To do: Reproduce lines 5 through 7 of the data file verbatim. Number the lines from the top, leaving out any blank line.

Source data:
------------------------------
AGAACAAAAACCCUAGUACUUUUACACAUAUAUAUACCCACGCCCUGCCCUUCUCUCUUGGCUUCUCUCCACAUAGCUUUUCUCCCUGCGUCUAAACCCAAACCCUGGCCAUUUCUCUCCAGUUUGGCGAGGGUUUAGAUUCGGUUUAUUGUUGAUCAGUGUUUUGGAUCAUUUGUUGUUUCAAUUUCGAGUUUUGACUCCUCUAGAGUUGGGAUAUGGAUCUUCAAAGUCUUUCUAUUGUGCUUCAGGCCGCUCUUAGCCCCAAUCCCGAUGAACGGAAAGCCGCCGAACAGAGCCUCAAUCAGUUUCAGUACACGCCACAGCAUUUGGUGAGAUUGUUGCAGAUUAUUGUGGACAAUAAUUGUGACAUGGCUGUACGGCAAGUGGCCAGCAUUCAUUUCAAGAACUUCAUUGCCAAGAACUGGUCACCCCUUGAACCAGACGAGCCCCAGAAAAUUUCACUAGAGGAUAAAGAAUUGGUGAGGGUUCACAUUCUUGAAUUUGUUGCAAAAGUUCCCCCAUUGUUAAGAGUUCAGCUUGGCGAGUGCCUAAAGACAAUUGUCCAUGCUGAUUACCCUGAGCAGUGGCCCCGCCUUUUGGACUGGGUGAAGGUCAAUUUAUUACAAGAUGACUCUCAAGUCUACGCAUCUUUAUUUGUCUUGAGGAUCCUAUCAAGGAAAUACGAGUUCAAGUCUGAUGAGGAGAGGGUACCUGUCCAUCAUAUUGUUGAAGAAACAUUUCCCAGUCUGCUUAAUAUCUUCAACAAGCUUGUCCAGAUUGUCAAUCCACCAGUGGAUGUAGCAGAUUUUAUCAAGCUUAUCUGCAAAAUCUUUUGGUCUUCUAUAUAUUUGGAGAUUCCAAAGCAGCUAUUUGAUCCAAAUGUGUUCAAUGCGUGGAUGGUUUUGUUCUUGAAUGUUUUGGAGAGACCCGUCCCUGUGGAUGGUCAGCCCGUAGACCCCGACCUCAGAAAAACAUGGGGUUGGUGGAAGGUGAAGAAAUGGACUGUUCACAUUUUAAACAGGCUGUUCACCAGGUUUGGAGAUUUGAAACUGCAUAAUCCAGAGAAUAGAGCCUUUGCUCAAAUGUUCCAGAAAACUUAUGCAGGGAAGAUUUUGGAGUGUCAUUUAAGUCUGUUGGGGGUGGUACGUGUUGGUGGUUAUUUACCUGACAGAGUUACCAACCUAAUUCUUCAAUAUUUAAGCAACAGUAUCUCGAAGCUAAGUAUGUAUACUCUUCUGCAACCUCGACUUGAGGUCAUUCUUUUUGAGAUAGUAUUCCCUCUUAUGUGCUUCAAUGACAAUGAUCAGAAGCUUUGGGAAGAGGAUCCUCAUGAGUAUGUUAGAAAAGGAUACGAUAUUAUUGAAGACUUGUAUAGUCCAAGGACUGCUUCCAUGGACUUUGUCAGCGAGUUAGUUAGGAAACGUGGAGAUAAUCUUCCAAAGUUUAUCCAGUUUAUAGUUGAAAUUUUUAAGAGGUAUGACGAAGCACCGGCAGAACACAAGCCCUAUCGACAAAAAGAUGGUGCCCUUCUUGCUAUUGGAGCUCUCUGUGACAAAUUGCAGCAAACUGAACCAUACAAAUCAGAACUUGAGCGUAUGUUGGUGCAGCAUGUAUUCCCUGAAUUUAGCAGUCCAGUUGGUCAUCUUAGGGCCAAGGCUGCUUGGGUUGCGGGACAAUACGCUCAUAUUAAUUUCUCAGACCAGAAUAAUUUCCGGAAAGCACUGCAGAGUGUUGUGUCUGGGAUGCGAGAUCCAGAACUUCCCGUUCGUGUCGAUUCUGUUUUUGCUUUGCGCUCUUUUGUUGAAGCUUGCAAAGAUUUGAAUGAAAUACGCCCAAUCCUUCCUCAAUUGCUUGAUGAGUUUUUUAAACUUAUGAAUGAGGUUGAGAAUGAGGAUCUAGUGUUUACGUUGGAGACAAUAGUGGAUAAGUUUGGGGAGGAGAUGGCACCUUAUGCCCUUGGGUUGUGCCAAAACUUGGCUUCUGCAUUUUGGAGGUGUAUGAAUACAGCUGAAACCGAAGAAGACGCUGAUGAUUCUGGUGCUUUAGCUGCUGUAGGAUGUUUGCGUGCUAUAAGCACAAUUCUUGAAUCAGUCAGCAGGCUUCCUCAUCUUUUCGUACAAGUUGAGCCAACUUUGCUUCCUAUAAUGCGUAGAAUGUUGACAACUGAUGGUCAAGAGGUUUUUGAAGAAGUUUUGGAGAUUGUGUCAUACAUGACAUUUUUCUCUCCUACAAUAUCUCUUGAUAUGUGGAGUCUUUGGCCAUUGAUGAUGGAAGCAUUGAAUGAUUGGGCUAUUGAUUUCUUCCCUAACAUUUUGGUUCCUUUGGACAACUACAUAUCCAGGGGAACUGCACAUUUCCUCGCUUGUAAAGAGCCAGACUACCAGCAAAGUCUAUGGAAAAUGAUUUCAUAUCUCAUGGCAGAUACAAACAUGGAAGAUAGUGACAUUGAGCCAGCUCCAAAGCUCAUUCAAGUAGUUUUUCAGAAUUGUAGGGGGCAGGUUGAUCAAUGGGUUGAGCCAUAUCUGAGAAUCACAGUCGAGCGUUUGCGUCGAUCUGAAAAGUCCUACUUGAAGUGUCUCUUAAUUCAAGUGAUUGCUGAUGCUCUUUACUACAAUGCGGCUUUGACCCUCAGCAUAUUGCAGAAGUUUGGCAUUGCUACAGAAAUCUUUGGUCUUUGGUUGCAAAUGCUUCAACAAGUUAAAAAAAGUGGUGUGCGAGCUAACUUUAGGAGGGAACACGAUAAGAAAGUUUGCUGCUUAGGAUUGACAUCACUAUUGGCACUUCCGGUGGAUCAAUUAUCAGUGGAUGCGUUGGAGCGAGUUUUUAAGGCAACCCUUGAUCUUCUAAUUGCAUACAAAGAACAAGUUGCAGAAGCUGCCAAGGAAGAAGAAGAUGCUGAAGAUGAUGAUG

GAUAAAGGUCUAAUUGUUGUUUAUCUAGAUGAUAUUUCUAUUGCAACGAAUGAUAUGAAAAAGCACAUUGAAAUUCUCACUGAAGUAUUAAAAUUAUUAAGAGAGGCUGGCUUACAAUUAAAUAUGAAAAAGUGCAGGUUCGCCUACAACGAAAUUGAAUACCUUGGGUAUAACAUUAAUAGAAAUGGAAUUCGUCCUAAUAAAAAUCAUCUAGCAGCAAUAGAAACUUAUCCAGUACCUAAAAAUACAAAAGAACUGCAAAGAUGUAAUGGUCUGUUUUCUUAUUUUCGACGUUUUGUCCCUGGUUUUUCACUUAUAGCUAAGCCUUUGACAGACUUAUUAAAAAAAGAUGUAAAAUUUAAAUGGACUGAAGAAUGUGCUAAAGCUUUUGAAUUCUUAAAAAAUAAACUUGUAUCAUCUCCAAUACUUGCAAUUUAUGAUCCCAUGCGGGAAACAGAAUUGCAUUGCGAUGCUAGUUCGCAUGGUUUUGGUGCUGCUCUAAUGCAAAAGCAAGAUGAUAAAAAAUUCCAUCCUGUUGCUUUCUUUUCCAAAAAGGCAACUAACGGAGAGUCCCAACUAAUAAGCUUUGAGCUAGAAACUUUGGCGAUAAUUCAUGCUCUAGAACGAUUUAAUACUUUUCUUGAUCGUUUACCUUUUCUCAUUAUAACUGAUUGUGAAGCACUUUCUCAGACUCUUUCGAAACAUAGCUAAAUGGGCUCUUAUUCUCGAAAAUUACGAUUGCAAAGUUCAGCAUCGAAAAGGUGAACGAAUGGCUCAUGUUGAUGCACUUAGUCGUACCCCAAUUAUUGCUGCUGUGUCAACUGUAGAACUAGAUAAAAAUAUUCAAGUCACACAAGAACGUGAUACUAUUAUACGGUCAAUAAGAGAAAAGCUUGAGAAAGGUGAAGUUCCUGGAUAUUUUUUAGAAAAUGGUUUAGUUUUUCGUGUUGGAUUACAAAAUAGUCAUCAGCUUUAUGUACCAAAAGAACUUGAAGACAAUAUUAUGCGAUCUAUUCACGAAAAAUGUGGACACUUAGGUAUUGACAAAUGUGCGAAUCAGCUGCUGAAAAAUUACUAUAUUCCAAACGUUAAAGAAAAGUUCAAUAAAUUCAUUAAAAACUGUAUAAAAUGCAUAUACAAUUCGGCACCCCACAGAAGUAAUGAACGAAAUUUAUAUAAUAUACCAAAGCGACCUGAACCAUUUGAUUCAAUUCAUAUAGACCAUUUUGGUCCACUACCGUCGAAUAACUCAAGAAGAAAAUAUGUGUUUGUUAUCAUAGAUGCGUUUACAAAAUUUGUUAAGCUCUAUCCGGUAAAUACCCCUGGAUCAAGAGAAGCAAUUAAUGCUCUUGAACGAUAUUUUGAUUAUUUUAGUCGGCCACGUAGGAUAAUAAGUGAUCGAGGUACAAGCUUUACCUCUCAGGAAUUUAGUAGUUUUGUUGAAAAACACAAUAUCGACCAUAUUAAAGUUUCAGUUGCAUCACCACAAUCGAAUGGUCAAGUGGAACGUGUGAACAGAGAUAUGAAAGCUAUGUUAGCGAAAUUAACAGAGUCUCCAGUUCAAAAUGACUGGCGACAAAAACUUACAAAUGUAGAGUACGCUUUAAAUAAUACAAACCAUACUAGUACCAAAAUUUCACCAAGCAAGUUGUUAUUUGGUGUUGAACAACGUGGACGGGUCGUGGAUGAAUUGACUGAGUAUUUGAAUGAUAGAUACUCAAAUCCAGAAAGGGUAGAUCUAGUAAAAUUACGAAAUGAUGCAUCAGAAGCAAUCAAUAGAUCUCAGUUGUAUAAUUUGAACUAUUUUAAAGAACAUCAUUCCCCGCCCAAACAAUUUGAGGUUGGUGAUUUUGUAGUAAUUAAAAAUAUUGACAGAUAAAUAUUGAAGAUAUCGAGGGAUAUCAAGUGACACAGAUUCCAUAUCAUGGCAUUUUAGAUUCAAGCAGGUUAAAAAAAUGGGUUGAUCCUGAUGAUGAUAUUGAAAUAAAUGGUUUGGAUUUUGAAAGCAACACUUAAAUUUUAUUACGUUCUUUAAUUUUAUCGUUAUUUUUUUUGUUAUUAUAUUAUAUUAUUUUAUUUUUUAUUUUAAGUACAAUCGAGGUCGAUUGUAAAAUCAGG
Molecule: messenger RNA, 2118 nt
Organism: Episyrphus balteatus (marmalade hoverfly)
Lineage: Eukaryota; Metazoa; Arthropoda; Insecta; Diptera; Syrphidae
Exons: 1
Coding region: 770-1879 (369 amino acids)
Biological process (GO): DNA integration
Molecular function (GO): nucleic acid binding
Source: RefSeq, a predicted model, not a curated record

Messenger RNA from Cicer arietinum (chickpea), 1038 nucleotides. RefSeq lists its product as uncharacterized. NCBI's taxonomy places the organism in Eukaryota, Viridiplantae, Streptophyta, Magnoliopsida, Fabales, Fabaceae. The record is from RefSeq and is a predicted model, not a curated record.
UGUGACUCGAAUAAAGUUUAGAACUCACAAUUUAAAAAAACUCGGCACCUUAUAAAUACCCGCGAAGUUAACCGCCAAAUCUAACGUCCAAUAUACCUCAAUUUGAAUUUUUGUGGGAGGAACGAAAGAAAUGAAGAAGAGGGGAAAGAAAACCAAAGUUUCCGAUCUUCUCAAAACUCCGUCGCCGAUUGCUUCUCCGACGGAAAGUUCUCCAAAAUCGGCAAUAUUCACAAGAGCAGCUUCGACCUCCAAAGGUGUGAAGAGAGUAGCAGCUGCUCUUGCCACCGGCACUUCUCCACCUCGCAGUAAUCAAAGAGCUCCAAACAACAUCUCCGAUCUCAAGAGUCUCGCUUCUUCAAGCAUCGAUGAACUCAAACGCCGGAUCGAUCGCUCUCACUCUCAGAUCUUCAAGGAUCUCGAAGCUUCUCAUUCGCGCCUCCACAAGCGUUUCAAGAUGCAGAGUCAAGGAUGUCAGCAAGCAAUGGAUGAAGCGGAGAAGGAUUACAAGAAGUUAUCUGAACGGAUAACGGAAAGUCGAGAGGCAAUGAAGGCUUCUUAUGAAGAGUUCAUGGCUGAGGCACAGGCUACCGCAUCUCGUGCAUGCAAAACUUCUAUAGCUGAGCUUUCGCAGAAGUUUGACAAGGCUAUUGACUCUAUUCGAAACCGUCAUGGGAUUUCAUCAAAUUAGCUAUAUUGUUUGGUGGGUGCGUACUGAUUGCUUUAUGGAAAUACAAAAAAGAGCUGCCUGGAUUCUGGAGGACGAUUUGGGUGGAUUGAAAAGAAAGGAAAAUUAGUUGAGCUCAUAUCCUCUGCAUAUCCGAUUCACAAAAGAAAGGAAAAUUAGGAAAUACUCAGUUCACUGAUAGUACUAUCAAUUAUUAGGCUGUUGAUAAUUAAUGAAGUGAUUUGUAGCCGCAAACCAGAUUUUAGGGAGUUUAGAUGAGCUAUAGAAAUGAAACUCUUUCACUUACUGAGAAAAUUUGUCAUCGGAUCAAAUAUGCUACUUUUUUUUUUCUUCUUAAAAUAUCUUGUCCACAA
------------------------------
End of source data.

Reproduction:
Lineage: Eukaryota; Metazoa; Arthropoda; Insecta; Diptera; Syrphidae
Exons: 1
Coding region: 770-1879 (369 amino acids)